camino de santiago, grief, period, pilgrim, suffering, Walking

Santiago de Compostela

We knew it was going to be a hot day — close to 90 F near noon, so we tried to get an early start. However, I must have turned off my alarm in my sleep and we woke up a little late. We were still out of the door by 7 am. It didn’t take long before I was dripping with sweat. Normally we have something to eat before we leave then take our second breakfast around mile 5. Instead we had nothing to eat before we left but we were eager to get moving. We came up on some restaurants a couple miles in but we weren’t ready to stop so we kept walking. Thankfully while we were walking through a wooded spot a guy was setting up a fruit stand, so we each got a banana. We finally stopped around mile 7 to eat.

Although we were hot and tired and had sore feet, we moved pretty quickly. We got to our meeting spot in Santiago at 11:45 am (12ish mile day). The group wanted to walk to the Cathedral together, so we waited at a cafe for everyone to arrive. One woman in our group had serious foot pain for most of the trip and it took her a long time to walk, which was a double whammy because the longer you walk the hotter it gets. We celebrated when she and her husband arrived. We were together. We were ready.

In addition to our group of 15, Lena (our Australian friend) was with us as well. So, the 16 of us walked around each bend waiting expectantly to see the Cathedral. As Jeremiah, our leader, said, for 1200 years people have walked hundreds of miles to reach this spot and now we have too.

I stood there in the heat looking around at everyone — some pensive, some elated, some in awe, some tearful. The Cathedral towered over us. The Cathedral pulled all of us up those challenging hills and pulled all of us down those excruciating descents. What is it about this Cathedral?

I’m not sure it’s about the Cathedral at all. I suspect it’s the tool we need to draw us closer to something else — God, Universe, Spirit, Self.

We arrived at our hotel after pictures and getting our certificates. We walked into this beautiful building with beds and showers and towels — heavenly. We walked in and within moments I felt the cramps come on. Sigh. The journey doesn’t end at the Cathedral. The journey never ends. Perhaps that’s the point of this.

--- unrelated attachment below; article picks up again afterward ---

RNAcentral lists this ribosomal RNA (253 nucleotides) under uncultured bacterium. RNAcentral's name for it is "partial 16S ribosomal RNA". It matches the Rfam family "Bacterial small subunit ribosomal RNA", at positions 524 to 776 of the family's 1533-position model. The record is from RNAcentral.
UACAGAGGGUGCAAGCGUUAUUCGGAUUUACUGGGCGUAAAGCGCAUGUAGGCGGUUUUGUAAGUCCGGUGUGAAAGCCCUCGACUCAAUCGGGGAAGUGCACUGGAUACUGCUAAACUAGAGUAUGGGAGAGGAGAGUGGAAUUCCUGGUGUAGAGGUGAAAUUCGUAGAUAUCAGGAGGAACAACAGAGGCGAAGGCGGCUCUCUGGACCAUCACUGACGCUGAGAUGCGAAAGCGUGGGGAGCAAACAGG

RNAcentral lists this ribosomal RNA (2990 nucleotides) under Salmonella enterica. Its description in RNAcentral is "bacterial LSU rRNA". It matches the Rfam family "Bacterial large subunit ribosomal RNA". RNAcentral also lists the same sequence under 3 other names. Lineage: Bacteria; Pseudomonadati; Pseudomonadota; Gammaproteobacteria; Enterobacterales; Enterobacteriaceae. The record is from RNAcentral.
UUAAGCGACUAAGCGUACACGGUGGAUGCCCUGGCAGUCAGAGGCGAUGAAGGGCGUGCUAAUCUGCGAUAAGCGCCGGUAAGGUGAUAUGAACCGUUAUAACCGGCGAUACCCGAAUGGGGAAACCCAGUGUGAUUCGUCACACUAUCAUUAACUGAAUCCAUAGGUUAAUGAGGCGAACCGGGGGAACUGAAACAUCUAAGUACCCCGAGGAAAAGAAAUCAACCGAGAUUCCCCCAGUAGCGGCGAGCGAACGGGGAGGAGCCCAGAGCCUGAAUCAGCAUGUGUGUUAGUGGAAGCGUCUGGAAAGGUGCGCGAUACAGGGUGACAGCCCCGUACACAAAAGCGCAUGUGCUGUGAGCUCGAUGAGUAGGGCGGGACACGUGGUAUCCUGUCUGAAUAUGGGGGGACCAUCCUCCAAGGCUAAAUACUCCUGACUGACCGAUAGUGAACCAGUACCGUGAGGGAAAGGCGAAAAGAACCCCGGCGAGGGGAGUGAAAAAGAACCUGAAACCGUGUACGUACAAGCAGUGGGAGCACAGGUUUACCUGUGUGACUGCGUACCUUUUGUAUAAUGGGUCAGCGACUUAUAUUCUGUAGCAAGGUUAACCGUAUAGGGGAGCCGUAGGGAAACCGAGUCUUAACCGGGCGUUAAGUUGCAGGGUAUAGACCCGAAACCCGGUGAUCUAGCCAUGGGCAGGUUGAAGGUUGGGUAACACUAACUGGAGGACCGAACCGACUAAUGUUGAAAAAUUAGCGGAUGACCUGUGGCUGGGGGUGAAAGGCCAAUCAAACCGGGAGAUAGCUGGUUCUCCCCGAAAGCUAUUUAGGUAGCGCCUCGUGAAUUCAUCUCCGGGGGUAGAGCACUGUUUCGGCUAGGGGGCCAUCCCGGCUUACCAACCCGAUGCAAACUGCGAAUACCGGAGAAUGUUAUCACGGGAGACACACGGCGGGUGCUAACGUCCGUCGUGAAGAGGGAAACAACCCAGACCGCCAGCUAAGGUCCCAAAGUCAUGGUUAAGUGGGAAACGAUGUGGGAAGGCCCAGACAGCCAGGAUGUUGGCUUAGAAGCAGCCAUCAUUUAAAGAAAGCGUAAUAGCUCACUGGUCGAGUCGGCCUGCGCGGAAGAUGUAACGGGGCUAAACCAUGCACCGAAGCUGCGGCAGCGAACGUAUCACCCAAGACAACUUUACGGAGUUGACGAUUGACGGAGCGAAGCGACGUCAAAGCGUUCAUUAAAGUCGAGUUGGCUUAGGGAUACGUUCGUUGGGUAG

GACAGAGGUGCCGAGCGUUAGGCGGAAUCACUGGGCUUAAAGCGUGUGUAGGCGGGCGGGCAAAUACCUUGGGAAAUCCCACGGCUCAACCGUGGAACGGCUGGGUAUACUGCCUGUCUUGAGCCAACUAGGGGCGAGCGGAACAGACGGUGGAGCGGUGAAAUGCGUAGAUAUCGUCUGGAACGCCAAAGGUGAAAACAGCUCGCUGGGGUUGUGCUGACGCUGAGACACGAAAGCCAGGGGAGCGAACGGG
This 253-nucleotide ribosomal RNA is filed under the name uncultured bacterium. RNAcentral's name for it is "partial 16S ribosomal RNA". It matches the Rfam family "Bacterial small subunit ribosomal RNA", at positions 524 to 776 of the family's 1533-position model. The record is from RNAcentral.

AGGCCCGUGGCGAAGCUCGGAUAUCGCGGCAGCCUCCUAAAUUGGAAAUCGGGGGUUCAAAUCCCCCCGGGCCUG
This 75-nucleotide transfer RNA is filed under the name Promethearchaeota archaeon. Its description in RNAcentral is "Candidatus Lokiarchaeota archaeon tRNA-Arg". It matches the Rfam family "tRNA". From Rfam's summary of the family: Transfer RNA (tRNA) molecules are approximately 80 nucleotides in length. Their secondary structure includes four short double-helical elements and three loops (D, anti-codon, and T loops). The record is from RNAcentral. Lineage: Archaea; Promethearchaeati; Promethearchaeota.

We just keep taking steps.

This morning I woke up and got out of bed without thinking about my feet. Perhaps that’s partly because I didn’t have to use a metal ladder to get down out of bed! It’s also because my feet don’t hurt. This is not the same experience as my friends — some of them still have really sore feet. Our journeys are different. We all walked the same paths, we all reached the same Cathedral, but that might be where the similarities end.

Don’t get me wrong — I’m happy to have reached this destination. I just really wish my period wasn’t starting as I reached it. I wish I could have a little more time. I wish I didn’t have to be confronted with this so soon, in the midst of such a joyous event. But maybe that’s what I need. To continually hold the tension, to constantly be reminded that this is the journey, that this is the Way.

We’re spending today in Santiago before going to Madrid tomorrow. We’ll spend a day there before heading to the airport and making the journey back home. We still have meals to share and stories to recount. We still have pilgrim’s mass in the Cathedral at noon today. We still have steps to take. We may have stopped walking that path, but we’ll never stop walking the one in front of us. It keeps going… and so I keep walking knowing the lessons of this Camino will stay with me forever.


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